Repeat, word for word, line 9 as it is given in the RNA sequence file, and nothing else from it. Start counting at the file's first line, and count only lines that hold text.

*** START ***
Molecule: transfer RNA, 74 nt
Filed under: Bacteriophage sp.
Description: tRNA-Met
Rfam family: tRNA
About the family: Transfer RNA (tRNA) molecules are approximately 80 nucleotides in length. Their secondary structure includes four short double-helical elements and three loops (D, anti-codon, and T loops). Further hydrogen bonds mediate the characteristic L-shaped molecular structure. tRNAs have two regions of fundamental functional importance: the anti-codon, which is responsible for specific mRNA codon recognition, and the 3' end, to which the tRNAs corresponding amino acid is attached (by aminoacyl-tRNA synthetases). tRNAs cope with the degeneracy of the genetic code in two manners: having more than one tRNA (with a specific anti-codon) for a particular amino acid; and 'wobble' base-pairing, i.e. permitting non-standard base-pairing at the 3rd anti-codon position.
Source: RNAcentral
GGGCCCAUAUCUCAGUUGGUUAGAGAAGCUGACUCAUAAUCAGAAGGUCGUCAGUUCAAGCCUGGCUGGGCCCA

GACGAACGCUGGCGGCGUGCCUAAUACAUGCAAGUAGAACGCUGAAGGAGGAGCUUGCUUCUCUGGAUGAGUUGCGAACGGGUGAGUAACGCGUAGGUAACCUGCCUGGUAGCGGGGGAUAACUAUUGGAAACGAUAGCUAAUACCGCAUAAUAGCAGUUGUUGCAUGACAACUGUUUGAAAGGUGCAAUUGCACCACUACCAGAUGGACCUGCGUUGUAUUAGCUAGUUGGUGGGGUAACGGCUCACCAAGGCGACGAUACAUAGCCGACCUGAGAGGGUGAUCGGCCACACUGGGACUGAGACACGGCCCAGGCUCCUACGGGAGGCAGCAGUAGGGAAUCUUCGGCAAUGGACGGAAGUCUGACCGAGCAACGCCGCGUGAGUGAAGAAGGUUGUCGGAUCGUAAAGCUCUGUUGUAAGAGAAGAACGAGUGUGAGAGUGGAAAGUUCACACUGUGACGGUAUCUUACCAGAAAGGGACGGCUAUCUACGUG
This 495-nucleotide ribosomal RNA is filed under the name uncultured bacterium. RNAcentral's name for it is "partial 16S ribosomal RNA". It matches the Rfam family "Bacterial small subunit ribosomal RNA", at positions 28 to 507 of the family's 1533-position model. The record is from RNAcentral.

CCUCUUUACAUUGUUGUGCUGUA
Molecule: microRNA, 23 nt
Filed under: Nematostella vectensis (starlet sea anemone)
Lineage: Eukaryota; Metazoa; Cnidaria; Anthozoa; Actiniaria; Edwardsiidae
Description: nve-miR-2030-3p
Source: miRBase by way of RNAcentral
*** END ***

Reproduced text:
This 495-nucleotide ribosomal RNA is filed under the name uncultured bacterium. RNAcentral's name for it is "partial 16S ribosomal RNA". It matches the Rfam family "Bacterial small subunit ribosomal RNA", at positions 28 to 507 of the family's 1533-position model. The record is from RNAcentral.